Relationship between kernel drydown rate and resistance to gibberella ear rot in maize.
Kebede, A.Z., Reid, L.M., Zhu, X., Wu, J.-H., Woldemariam, T., Voloaca, C., and Xiang, K. (2014). "Relationship between kernel drydown rate and resistance to gibberella ear rot in maize.", Euphytica, 201(1), pp. 79-88. doi : 10.1007/s10681-014-1185-2 Access to full text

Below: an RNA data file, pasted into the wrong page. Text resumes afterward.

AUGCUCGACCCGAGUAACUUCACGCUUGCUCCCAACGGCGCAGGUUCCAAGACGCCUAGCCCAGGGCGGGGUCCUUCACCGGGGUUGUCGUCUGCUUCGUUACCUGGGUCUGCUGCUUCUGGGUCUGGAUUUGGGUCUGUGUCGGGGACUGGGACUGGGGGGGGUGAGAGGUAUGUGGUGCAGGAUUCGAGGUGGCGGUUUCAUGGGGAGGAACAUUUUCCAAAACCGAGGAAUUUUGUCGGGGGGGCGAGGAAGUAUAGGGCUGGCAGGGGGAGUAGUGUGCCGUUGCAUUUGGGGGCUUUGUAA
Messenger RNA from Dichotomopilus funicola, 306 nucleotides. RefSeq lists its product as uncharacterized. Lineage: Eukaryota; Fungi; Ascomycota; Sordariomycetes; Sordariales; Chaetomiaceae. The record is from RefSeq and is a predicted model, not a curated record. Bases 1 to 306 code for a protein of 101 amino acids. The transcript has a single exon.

Development of gibberella ear rot (GER) resistant genotypes in maize is important to reduce yield loss and most importantly to avoid mycotoxin contamination of food and feed. The objective of the current study was to investigate the effect of kernel drydown rate (KDD) on GER disease development and to test whether using KDD as an indirect selection trait could warrant selection gains for GER resistance. Six inbred lines with various levels of disease resistance were evaluated for GER silk and kernel resistance and KDD as line per se and testcrosses in one location over three consecutive years. From our results, the genotypes showed significant differences (P < 0.05) to GER and KDD. Heritability estimates were high for GER and were consistently higher than estimates for KDD. Genotypic correlation estimates between GER and KDD, which were averaged over the 3 years were significant (P < 0.01, 0.05) only for kernel inoculated plots and the strength of correlations increased when kernels progress towards maturity. The indirect selection efficiency of KDD as compared to direct selection for GER was less than one but was substantially higher for kernel inoculated plots. Our overall result demonstrated that fast KDD was among the factors that contribute to kernel resistance to GER however its use as an indirect selection trait was less promising. Thus, screening for GER resistance using disease inoculated nurseries still remain to be the most effective method for GER breeding.
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